This article is within the scope of the WikiProject Japan, a collaborative effort to improve the coverage of Japan-related articles on Wikipedia. If you would like to participate, please visit the project page, where you can join the project and see a list of open tasks. Current time in Japan: 07:55, November 29, 2015 (JST, Heisei 27) (Refresh)
This article is within the scope of WikiProject Death, a collaborative effort to improve the coverage of Death on Wikipedia. If you would like to participate, please visit the project page, where you can join the discussion and see a list of open tasks.
Jigai was nominated for deletion. The debate was closed on 27 February 2013 with a consensus to merge. Its contents were merged into Seppuku. The original page is now a redirect to here. For the contribution history and old versions of the redirected article, please see its history; for its talk page, see here.
Seppuku in modern Japan - needs rewording/removal
This behavior had been widely praised by propaganda, which made much of a soldier captured in the Shanghai Incident (1932), who returned to the site of his capture to commit seppuku. - This is some bad English right there. I don't understand what this sentence means. 188.8.131.52 (talk) 18:01, 10 August 2012 (UTC)
Basically the propaganda agencies (government controlled news media, etc.), wrote stories and songs about a soldier who was captured, survived, and when he had a chance, returned to the site of his captured and killed himself in shame or disgrace. Seems pretty clear to me, but maybe I can do something with it to make it clearer. Boneyard90 (talk) 23:38, 10 August 2012 (UTC)
The word jigai(自害?) means "suicide" in Japanese. The usual modern word for suicide is jisatsu(自殺?). Related words include jiketsu(自決?), jijin(自尽?) and jijin(自刃?). In some popular western texts, such as martial arts magazines, the term is associated with suicide of samurai wives. The term was introduced into English by Lafcadio Hearn in his Japan an attempt at interpretation (1923). an understanding which has since been translated into Japanese and Hearn seen through Japanese eyes (Tsukishima, 1984). Joshua S. Mostow (2006) notes that Hearn misunderstood the term jigai to be the female equivalent of seppuku. Mostow's context is analysis of Puccini's Madame Butterfly (1904) and the original Cio-Cio San story by John Luther Long. Though both Long's story and Puccini's opera predate Hearn's use of the term jigai, the term has been used in relation to western japonisme (Van Rij 2001).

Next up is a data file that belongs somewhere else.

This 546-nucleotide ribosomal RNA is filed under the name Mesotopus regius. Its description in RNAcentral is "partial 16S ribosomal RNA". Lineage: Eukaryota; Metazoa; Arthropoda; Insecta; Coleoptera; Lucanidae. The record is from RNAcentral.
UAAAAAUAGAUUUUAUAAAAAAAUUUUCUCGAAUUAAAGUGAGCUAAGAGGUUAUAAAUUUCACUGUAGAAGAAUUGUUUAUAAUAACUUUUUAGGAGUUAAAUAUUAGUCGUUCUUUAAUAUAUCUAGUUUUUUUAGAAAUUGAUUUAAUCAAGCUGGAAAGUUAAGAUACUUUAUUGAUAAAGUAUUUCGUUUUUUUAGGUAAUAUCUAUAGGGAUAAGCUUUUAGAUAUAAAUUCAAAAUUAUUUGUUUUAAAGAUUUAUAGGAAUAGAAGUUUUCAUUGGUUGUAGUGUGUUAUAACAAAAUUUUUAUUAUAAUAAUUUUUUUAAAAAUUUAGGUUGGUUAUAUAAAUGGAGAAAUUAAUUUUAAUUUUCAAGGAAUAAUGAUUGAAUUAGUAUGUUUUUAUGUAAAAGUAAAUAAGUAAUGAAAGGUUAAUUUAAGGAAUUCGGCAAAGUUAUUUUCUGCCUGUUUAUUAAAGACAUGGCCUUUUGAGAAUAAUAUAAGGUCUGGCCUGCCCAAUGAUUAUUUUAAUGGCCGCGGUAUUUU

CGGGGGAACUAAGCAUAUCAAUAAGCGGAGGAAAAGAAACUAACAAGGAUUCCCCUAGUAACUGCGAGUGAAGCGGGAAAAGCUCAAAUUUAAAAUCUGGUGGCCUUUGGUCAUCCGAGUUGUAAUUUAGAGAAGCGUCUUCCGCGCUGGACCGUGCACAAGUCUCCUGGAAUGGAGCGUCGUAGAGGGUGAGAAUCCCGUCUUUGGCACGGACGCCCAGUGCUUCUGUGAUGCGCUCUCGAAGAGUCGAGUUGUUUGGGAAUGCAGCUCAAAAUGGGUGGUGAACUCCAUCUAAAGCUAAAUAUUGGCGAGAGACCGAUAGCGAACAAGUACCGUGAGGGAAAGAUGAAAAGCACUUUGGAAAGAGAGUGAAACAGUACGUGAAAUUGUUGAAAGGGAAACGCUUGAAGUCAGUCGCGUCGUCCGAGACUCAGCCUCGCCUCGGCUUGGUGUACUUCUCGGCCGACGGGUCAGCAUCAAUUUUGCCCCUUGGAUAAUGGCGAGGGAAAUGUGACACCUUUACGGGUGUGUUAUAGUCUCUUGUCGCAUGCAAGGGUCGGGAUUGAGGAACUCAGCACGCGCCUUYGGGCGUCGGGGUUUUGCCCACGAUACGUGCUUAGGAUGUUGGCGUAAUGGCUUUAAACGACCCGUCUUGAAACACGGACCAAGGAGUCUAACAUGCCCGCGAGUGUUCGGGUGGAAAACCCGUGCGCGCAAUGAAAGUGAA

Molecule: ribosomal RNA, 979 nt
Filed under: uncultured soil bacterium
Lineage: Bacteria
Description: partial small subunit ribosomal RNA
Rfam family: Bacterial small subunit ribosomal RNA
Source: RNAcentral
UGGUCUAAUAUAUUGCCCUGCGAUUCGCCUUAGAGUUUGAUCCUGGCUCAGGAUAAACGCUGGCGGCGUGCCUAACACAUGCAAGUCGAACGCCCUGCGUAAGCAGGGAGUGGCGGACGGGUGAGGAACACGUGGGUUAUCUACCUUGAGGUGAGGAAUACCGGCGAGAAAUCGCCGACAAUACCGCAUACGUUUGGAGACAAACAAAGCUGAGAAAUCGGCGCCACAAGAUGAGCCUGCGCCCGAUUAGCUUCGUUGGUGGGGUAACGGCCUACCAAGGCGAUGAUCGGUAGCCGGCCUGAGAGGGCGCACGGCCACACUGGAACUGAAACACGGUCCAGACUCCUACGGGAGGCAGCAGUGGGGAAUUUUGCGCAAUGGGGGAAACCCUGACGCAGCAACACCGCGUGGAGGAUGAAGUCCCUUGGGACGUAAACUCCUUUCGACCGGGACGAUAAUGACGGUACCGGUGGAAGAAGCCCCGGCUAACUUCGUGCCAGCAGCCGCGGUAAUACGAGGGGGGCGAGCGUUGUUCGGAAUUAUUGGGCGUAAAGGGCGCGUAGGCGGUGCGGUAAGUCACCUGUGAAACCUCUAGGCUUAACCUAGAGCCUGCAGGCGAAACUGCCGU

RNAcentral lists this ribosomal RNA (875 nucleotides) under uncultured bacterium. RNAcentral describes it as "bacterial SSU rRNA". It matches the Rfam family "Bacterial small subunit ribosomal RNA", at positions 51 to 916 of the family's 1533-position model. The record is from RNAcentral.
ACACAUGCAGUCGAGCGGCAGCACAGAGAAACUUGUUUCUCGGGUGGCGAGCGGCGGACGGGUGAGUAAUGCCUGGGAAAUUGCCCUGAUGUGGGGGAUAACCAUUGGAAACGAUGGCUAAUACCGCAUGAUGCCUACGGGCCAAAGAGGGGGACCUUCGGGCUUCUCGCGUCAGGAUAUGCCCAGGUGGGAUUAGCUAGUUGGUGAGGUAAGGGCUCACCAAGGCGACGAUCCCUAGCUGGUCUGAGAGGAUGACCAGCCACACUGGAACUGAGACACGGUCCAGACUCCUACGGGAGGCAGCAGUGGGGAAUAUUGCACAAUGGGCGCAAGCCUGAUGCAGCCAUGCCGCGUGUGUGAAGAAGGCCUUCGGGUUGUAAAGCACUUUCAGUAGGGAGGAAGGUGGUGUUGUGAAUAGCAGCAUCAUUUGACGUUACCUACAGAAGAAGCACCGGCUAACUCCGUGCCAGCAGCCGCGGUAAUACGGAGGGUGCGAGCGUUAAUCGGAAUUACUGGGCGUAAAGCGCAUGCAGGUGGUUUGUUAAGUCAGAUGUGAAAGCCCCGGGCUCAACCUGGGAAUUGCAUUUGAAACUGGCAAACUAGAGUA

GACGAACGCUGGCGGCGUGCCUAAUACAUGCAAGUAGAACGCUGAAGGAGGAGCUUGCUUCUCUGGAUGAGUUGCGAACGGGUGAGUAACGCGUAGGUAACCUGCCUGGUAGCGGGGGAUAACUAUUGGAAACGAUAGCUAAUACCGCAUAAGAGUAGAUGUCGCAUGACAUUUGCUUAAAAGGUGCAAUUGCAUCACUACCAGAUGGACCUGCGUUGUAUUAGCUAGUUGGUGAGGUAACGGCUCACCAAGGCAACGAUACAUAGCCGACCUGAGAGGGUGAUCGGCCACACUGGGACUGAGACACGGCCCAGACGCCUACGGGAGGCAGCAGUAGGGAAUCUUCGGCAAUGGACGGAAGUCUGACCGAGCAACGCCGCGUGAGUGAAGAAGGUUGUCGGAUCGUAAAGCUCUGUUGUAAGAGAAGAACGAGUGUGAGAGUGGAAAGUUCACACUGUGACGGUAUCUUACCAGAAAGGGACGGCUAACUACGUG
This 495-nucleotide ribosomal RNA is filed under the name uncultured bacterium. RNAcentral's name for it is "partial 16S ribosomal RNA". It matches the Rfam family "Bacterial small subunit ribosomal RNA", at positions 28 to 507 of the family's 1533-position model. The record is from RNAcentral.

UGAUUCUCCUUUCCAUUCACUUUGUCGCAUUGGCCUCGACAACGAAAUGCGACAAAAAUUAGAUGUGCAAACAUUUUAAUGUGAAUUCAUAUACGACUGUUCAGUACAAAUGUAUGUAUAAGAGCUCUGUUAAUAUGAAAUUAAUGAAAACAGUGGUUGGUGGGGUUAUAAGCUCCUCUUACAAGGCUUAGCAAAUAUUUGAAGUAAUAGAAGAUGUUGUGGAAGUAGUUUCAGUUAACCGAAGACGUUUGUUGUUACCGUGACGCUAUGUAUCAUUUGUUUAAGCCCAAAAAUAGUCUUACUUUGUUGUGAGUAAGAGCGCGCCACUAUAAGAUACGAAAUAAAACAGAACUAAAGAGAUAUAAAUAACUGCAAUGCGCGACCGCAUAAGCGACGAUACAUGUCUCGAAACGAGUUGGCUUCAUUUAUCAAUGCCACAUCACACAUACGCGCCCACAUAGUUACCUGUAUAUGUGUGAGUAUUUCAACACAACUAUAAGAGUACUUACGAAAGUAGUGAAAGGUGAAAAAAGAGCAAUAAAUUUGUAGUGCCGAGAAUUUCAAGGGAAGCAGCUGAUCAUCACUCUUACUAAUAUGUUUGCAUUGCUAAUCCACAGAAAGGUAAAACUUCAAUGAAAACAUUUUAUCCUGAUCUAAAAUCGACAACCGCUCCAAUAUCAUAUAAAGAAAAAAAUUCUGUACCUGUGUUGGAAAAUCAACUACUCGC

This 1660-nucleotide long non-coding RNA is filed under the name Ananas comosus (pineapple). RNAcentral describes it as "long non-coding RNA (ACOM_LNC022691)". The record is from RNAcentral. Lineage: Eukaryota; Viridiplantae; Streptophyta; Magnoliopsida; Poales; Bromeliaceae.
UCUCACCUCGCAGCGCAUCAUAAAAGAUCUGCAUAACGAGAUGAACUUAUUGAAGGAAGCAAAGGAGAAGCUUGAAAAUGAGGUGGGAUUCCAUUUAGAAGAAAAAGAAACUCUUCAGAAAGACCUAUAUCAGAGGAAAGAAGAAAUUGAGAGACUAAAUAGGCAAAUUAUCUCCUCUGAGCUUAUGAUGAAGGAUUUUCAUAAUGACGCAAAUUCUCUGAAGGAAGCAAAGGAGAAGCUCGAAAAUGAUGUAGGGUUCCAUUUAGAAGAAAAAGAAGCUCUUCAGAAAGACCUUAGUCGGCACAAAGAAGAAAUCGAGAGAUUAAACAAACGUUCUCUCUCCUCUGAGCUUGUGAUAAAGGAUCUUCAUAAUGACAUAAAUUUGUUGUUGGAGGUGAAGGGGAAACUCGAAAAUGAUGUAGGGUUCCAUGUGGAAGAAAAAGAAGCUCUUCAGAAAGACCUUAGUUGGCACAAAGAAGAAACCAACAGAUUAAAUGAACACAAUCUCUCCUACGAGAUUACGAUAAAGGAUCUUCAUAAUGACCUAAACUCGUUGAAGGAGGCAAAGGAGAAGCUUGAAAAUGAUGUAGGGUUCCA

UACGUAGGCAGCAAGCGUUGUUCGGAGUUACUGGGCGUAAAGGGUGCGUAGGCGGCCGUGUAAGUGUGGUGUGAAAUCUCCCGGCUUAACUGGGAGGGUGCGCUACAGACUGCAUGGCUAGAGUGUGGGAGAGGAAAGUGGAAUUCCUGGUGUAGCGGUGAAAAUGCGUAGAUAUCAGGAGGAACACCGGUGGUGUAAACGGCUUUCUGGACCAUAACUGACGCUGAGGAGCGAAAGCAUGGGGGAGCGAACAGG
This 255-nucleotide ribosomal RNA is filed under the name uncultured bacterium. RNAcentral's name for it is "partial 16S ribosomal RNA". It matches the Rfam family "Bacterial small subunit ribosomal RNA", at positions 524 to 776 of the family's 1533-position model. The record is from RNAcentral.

^Black Belt magazine Dec 1980 - Page 47 "The samurai men were probably most famous for their ritual seppuku suicides (disembowelment), more commonly known as hara-kiri (literally, "belly slitting"). Samurai women had their own form of ritualistic suicide, called jigai. This type of "
^Lafcadio Hearn Japan: An Attempt at Interpretation 1923 reprint 2005 Page 318 "Among samurai women — taught to consider their husbands as their lords, in the feudal meaning of the term — it was held a moral obligation to perform jigai by way of .."
^築島謙三 Tsukishima Kenzo translator and editor ラフカディオ・ハーンの日本観: その正しい理解への試み (Lafcadio Hearn's Japan: An Attempt at Interpretation) 1984 Page 48 "いろいろその機能に変化が生じてきたけれども、この切腹、自害は上代日本の宗教的の証拠と考えるとすれば、それは大きな誤まりであって、むしろこのような行為は由来宗教的な性格をもこのような自己犠牲をテ—マにした悲劇を日本の国民はいまなお愛好し ..."
^Joshua S. Mostow Iron Butterfly Cio-Cio-San and Japanese Imperialism - essay in A Vision of the Orient: Texts, Intertexts, And Contexts of Madame Butterfly editor J. L. Wisenthal 2006 - Page 190 "Lafcadio Hearn, in his Japan: An Interpretation of 1904, wrote of 'The Religion of Loyalty': In the early ages it appears to have been ... jigai [lit., 'self-harm,' but taken by Hearn to mean the female equivalent of seppuku], byway of protest against ..."
^Jan Van Rij Madame Butterfly: Japonisme, Puccini, & the Search for the Real Cho-Cho-San. 2001 Page 71 "of the samurai class could not be sold by their family but they could sell themselves; and finally the act of jigai, suicide by a dagger or short sword piercing the neck, was reserved for women of the samurai class to which, in Long's story, ..."